Definitions

from Wiktionary, Creative Commons Attribution/Share-Alike License

  • proper n. A set of laws in Ancient Greece that cancelled existing debts, ended debt-related slavery, and returned confiscated serf property.

Etymologies

from Wiktionary, Creative Commons Attribution/Share-Alike License

Ancient Greek σεισάχθεια, from σείειν "to shake" and ἄχθος "burden", i.e. the relief of burdens.

Examples

  • This measure is commonly called the Seisachtheia [= removal of burdens], since thereby the people had their loads removed from them.

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  • Seisachtheia is one of many ways in which lending was regulated in ancient cultures.

    Dr. Behzad Mohit: Greece: Is It the First Domino to Fall?

  • ” His Seisachtheia (“shaking-off-of-burdens”) canceled all debts on land, banned debt slavery, and freed all debt slaves.

    d. Athens

  • It so happened that, when he was about to enact the Seisachtheia, he communicated his intention to some members of the upper class, whereupon, as the partisans of the popular party say, his friends stole a march on him; while those who wish to attack his character maintain that he too had a share in the fraud himself.

    THE ATHENIAN CONSTITUTION

  • Once more he speaks of the abolition of debts and of those who before were in servitude, but were released owing to the Seisachtheia:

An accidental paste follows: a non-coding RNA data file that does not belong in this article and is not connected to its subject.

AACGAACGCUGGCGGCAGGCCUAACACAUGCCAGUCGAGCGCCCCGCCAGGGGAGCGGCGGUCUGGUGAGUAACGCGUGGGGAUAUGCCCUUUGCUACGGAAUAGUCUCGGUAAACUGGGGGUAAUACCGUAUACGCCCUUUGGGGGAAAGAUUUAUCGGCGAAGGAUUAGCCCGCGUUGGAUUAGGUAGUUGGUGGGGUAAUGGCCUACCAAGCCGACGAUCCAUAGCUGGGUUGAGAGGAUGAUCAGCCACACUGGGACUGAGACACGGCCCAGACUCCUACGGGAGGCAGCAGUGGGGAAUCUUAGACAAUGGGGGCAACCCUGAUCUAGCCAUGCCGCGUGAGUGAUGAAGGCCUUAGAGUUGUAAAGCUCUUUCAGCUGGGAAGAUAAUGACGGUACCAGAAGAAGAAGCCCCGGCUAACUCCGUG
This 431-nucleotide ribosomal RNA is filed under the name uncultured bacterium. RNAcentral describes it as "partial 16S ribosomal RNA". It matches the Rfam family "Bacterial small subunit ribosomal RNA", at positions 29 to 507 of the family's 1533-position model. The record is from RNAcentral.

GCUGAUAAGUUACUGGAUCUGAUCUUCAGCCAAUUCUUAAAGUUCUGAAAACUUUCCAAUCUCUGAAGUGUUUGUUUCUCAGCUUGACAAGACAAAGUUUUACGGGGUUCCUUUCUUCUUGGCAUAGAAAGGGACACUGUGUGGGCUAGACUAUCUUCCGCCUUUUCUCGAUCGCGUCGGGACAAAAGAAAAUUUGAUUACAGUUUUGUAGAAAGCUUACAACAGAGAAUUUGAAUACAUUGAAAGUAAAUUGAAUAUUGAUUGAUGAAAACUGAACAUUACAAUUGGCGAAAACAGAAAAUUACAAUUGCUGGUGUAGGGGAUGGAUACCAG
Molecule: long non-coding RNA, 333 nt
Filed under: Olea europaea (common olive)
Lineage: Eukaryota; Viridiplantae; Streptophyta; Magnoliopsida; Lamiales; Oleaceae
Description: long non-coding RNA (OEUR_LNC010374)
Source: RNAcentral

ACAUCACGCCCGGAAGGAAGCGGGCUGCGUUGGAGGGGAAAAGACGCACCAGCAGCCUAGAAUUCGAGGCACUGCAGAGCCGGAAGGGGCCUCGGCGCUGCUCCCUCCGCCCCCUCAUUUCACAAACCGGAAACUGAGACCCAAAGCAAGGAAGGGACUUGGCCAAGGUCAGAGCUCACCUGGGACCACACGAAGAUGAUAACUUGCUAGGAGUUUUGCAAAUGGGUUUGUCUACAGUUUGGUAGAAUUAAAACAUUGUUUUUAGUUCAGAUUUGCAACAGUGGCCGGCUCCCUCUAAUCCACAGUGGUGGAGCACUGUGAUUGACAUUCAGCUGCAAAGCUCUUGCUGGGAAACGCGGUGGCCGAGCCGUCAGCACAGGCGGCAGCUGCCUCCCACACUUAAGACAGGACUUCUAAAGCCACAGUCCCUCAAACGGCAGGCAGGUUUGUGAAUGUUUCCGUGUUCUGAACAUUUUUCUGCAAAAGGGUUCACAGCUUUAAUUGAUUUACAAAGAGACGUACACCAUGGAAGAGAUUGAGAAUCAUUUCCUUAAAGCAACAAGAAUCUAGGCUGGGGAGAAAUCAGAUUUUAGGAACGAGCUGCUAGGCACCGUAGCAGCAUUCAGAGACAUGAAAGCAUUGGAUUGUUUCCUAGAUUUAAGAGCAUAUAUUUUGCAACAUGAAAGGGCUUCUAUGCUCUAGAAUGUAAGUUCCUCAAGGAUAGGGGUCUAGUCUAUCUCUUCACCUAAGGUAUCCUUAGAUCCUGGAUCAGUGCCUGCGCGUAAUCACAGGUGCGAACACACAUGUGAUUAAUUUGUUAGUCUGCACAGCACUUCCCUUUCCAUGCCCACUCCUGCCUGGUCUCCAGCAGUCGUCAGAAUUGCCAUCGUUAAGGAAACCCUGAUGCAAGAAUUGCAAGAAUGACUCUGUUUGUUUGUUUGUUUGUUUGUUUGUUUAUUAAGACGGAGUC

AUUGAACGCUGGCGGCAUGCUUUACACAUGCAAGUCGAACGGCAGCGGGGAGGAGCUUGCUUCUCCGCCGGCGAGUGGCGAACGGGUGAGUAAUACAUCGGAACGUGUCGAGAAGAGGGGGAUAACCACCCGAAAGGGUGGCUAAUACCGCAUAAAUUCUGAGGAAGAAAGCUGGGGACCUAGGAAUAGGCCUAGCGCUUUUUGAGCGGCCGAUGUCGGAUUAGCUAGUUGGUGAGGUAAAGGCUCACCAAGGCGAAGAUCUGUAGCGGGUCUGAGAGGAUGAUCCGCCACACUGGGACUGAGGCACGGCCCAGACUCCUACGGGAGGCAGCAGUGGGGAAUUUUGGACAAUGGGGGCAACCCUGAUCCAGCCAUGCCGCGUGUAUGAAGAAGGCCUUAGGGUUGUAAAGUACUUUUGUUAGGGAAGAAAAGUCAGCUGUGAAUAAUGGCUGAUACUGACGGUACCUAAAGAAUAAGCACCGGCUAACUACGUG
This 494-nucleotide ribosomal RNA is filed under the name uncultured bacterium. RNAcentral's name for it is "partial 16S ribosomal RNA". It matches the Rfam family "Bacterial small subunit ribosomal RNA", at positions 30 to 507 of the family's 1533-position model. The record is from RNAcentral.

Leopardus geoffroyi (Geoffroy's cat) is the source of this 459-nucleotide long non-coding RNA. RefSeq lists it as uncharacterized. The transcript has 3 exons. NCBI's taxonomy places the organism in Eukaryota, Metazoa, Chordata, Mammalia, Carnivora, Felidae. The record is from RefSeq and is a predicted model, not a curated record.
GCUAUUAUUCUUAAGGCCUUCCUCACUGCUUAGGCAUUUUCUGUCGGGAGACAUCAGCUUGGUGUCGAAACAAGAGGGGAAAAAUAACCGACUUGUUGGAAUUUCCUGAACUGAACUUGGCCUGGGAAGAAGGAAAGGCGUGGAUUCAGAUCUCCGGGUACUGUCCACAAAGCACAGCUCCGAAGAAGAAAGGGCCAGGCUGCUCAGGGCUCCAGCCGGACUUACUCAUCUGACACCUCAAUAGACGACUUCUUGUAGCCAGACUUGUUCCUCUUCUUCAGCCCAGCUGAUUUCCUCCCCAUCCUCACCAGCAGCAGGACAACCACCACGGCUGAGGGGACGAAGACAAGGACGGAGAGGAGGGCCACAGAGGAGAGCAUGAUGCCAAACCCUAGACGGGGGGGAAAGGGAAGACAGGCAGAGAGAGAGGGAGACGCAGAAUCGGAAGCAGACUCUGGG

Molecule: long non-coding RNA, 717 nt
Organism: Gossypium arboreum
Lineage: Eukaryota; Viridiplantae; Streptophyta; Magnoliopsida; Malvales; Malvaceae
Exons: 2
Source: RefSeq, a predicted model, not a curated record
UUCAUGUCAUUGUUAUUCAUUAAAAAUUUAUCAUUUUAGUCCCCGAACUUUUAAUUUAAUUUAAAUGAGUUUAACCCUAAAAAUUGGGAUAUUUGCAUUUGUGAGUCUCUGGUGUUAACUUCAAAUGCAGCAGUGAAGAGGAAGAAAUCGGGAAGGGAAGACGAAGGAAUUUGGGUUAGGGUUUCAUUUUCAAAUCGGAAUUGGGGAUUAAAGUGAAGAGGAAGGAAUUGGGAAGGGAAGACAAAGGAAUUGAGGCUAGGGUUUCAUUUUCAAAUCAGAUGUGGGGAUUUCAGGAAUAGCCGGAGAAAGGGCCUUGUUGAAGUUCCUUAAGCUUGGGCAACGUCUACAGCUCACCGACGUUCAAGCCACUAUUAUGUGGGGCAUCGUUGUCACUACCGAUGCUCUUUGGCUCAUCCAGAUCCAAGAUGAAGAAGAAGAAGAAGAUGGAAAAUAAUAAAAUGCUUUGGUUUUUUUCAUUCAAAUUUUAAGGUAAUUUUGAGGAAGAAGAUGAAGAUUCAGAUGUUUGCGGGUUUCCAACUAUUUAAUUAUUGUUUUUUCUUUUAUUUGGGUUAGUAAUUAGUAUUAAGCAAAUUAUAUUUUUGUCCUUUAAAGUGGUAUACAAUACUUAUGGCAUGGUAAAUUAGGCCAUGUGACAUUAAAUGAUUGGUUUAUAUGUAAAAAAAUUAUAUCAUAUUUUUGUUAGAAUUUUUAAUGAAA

THE ATHENIAN CONSTITUTION

  • Seisachtheia [= removal of burdens], since thereby the people had their loads removed from them.

    The Athenian Constitution

  • _Seisachtheia_, or shaking off of burdens, was directed.

    The Great Events by Famous Historians, Volume 01

  • The Seisachtheia must have exasperated the feelings and diminished the fortunes of many persons; but it gave to the large body of Thetes and small proprietors all that they could possibly have hoped.

    The Great Events by Famous Historians, Volume 01

  • In regard to the whole measure of the Seisachtheia, indeed, though the poems of Solon were open to every one, ancient authors gave different statements both of its purport and of its extent.

    The Great Events by Famous Historians, Volume 01

  • Seisachtheia cannot be acquitted of injustice, we may confidently affirm that the injustice inflicted was an indispensable price paid for the maintenance of the peace of society, and for the final abrogation of a disastrous system as regarded insolvents.

    The Great Events by Famous Historians, Volume 01

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